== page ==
Denver — Former U.S. Navy pilot Michael Maloney wasn’t a big skateboard fan when he was a kid. Growing up in Ft. Collins, Colorado, he remembers screwing roller-skate wheels into pieces of wood because he couldn’t afford to buy a board. Today the former F-14 Tomcat pilot and graduate of the U.S. Navy Fighter Weapons School makes top of the line longboards.
Maloney, 52, is the CEO of KOTA Longboard and he makes high-quality handcrafted boards. KOTA stands for Knights of the Air. The longboards’ styles and names come from historic military airplanes flown by the “Knights of the Air’ during World War I. The “Knights of the Air” took to the skies with unsafe airplanes but kept their chivalry, honor, integrity and courage while pushing the limits of their aircrafts.
“When we started KOTA Longboards we thought what better thing can we do than to try to return the concepts of honor, integrity and courage and the spirit of them to being mainstream and cool,” Maloney said.
Before longboards, Maloney was a United Airlines pilot and also the CEO of a clean coal technology company. He lost his last job during the financial crisis and like many, had to reinvent himself. “Like many of us I’m in my early 50′s and had a very successful career and had a job where I thought I was closing in on retirement. I ended up unemployed in a pretty tough economy. I didn’t know what to do,” he said.
Maloney launched KOTA Longboards in May 2012. What attracted Maloney to the longboard, originally started in Hawaii by surfers, was also his love for woodwork — something he says is very relaxing. Also, as an avid skier and snowboarder, Maloney wanted to create a similar experience to snowboarding and skiing.
The look of the boards are very important for Maloney. Each board is handcrafted and designed with with he calls a “timeless vintage” look. The designs are an inspiration of surfboards and military aviation history.
“When I look back, everything that I had done in my life had prepared me to start KOTA Longboards,” he said. “We looked at the market and we thought there was great opportunity to expand the demographic of people that would adopt longboarding as a part of their action and adventure sport regiment and also the women who had been almost ignored by the skateboard community. We saw a good opportunity to become an innovator and leader in the longboard community.”
A unique feature of Maloney’s longboards are the KOTA grip finish. Typical grip tape boards can scratch and damage your shoes and can be rough on the hands. KOTA developed a clear, gloss grip finish that eliminated grip tape and providing a smooth, durable and easy to clean surface.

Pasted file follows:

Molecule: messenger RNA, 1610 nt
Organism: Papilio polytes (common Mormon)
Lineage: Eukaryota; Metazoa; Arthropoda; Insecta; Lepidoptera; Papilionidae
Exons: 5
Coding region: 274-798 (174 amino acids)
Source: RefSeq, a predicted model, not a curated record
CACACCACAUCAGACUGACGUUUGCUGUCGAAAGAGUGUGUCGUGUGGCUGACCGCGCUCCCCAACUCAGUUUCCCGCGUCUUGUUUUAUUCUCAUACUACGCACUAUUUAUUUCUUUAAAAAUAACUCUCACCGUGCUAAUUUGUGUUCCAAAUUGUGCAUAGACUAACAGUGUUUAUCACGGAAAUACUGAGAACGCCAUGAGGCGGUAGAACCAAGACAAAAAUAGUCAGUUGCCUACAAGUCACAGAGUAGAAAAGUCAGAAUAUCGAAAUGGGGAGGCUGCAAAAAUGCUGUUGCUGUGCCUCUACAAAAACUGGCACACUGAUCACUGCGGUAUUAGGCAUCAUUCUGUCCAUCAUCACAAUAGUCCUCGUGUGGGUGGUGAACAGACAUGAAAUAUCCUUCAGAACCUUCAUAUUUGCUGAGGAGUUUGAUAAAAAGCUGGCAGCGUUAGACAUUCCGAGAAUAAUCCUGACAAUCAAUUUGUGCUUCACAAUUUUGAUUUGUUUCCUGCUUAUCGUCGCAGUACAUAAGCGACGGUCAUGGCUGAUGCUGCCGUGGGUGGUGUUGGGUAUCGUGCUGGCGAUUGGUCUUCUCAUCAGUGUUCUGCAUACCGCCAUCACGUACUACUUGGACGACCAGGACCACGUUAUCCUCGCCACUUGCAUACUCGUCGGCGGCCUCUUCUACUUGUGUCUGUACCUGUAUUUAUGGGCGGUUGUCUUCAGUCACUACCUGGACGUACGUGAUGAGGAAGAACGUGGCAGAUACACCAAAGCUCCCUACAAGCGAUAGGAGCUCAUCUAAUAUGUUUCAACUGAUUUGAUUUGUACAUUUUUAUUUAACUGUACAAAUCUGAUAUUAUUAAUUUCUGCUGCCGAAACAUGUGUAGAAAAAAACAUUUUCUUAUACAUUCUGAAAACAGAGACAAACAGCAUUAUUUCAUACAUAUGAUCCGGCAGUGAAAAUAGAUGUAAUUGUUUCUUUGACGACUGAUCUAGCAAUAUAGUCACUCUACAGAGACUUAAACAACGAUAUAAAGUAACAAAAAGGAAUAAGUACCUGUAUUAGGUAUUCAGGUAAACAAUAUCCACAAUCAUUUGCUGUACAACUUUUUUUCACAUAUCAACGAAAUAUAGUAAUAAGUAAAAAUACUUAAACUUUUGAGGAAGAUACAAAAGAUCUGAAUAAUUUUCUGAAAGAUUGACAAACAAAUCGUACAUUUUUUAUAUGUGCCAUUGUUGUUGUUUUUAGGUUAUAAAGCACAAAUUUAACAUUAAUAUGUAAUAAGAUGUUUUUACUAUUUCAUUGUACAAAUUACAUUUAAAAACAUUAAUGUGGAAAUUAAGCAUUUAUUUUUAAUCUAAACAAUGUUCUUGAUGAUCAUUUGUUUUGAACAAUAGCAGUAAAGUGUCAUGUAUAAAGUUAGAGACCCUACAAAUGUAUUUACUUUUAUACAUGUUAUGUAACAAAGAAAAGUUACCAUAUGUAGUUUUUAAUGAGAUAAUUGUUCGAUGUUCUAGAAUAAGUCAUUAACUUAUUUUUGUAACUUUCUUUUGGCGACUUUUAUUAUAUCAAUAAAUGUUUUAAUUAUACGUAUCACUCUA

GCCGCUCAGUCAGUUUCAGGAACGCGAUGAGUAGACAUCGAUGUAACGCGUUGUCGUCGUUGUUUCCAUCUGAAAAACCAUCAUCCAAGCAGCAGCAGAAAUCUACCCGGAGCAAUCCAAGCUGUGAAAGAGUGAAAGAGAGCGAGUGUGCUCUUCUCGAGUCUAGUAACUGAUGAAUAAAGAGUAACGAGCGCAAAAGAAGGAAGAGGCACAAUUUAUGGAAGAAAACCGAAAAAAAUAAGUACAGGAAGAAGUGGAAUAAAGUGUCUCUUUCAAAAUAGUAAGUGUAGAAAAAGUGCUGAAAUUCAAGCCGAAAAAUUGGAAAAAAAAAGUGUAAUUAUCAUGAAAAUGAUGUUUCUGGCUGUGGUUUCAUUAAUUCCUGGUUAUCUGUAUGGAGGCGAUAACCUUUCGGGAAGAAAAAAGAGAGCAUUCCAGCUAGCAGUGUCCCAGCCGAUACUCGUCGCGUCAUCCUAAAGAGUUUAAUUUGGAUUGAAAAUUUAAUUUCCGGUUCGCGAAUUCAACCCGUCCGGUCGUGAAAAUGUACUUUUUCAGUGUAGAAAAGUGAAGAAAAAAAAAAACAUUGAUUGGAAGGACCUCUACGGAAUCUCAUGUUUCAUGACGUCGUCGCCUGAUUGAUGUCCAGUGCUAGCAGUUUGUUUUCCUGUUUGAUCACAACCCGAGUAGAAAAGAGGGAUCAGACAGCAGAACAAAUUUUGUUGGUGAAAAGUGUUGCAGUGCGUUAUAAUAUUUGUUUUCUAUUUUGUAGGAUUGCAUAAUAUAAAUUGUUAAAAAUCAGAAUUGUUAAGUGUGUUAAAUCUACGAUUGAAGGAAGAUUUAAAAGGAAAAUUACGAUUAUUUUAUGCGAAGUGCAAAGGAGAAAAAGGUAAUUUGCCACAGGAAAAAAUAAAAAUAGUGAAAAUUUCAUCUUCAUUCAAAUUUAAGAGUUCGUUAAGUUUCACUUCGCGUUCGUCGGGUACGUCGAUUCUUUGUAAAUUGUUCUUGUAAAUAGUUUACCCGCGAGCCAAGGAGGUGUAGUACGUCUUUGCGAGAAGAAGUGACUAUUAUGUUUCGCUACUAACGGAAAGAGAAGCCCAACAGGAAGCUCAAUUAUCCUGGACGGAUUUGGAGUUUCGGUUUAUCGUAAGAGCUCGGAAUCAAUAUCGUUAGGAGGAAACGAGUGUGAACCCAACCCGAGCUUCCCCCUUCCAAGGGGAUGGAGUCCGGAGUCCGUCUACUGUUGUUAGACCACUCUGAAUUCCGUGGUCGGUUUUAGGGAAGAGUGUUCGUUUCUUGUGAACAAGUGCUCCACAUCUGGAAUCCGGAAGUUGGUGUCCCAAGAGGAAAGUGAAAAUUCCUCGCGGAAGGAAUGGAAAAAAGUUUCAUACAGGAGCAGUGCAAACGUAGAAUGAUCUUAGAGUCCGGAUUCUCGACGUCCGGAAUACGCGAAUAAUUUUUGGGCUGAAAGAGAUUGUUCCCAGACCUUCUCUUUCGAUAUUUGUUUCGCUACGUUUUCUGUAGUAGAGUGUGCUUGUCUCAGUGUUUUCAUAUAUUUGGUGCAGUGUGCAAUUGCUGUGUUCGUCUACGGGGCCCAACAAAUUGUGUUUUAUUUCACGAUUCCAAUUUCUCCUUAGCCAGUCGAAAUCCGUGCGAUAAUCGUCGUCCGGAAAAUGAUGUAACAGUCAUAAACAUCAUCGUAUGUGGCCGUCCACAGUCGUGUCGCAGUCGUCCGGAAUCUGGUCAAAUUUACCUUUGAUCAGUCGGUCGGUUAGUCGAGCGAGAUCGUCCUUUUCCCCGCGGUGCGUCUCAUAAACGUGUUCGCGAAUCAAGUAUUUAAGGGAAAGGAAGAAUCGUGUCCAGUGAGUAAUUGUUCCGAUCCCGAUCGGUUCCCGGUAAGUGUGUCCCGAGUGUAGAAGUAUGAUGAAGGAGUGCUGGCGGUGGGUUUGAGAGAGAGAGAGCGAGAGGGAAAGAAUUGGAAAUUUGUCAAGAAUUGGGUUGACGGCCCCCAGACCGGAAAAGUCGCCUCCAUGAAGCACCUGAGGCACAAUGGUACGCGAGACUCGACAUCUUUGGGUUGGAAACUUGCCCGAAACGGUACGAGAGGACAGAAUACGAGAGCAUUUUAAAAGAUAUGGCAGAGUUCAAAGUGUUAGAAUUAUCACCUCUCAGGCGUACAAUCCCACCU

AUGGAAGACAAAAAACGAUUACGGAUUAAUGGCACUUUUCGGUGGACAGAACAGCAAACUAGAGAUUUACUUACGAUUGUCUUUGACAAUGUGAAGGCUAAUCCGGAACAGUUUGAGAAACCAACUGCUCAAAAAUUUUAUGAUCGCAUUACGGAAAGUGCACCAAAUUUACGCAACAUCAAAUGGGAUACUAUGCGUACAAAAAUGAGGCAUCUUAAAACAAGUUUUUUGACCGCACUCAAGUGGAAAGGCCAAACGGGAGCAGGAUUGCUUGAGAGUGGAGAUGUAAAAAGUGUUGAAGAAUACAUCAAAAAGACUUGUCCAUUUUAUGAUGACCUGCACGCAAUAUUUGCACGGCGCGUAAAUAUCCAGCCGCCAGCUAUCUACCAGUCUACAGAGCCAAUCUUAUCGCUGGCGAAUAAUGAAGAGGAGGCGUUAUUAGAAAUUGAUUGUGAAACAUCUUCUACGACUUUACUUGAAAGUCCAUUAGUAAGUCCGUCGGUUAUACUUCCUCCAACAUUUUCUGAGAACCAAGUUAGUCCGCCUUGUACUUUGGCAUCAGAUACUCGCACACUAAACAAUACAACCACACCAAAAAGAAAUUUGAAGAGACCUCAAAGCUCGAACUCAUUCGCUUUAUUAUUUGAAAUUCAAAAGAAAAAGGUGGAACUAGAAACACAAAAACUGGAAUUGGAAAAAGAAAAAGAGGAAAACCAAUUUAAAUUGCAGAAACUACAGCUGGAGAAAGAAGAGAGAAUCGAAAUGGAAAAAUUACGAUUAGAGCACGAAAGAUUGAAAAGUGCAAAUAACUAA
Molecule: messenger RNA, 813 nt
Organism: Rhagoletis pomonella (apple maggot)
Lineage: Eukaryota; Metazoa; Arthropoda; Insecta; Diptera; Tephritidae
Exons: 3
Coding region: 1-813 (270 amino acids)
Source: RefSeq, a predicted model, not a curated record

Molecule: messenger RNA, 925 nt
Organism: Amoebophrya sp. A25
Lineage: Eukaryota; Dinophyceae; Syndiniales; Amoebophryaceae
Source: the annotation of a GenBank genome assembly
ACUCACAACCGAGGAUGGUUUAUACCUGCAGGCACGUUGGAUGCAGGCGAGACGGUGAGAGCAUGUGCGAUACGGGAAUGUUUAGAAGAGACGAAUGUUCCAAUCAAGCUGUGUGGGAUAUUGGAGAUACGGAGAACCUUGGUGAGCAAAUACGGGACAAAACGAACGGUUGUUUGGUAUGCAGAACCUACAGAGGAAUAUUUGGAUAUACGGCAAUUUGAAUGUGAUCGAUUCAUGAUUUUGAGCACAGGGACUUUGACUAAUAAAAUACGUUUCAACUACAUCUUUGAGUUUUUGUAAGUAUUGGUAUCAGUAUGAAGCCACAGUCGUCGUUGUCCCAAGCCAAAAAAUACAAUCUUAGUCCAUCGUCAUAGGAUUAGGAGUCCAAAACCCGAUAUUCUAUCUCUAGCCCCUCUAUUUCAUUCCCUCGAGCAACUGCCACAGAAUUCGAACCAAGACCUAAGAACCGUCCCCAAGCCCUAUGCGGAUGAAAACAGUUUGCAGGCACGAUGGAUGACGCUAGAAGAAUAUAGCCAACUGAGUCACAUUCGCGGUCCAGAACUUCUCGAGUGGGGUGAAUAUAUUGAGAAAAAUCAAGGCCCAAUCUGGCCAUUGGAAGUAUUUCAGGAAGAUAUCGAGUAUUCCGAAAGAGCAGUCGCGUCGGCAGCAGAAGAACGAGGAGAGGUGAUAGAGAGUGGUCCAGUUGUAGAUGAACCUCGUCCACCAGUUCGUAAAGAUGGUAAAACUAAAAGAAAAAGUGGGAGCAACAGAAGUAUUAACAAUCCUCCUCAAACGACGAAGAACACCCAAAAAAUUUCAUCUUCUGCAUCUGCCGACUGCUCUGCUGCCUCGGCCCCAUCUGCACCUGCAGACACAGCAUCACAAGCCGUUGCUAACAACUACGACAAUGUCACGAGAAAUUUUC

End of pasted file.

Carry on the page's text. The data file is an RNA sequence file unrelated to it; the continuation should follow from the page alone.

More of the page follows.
Maloney said hiring veterans was his plan from the moment he launched the company. Following tours in Iraq and Somalia, Maloney left active duty and served as a reserve Intelligence Analyst in the Office of Naval Intelligence (ONI). While at ONI, he was responsible for analysis of geopolitics, economic policies, military strategies and various threat platforms.
“All of us that served in the military come out of that experience understanding what is like to have implicit trust, faith and confidence in the men and women next to you,” said Maloney. “I said, ‘We need to build the entire culture and DNA of the company around that principle. We needed to look back in our family and hire veterans.’ … I am so grateful to them and without them I’m not sure if I could have done it.”
One of those veterans is former Army Ranger Jeremy Brummond from the 75th Regiment 1st Battalion. He was deployed twice to Iraq and once in Afghanistan after serving 3 years in the Army. Brummond is now in charge of manufacturing the longboards.
“Once I saw how involved KOTA is with veterans and active duty military, it seemed like a great opportunity,” he said. “I come with a smile and leave with a smile every day; it feels like I’m doing something for fun.”
The company’s involvement with veterans also attracted former U.S. Navy SEAL Ryan Everett.
“I told Mike I wanted to do something where I could give back to the community. Within the military community you have a lot of people that doesn’t live between boundaries of what can and can’t be done, Mike allows me to do that and he sees the value in us,” he recalled.
In addition, KOTA offers a 10% discount to active duty, veterans and retired service personnel on all purchases. KOTA also donates $10 dollars of each sell to the Underwater Demolition Teams, (UDT), SEAL Association, a non-profit veteran support group for Navy veterans.
Since all board can be personalized, Maloney enjoys the fact that each one has a story behind it.
“The greatest satisfaction for me is when you see somebody that you don’t even know riding one of our longboards down the street and they’re smiling from ear to ear and somebody stops them and ask where did you get that and they pick up their board and they say let me tell you about this board because there’s a story here, there’s a community here,” he said.
Second Tour is an ABC News digital series profiling the lives of military veterans who are doing unique things in the civilian world. For more stories, click here.
ABC News’ video editor Arthur Niemynski contributed to this report.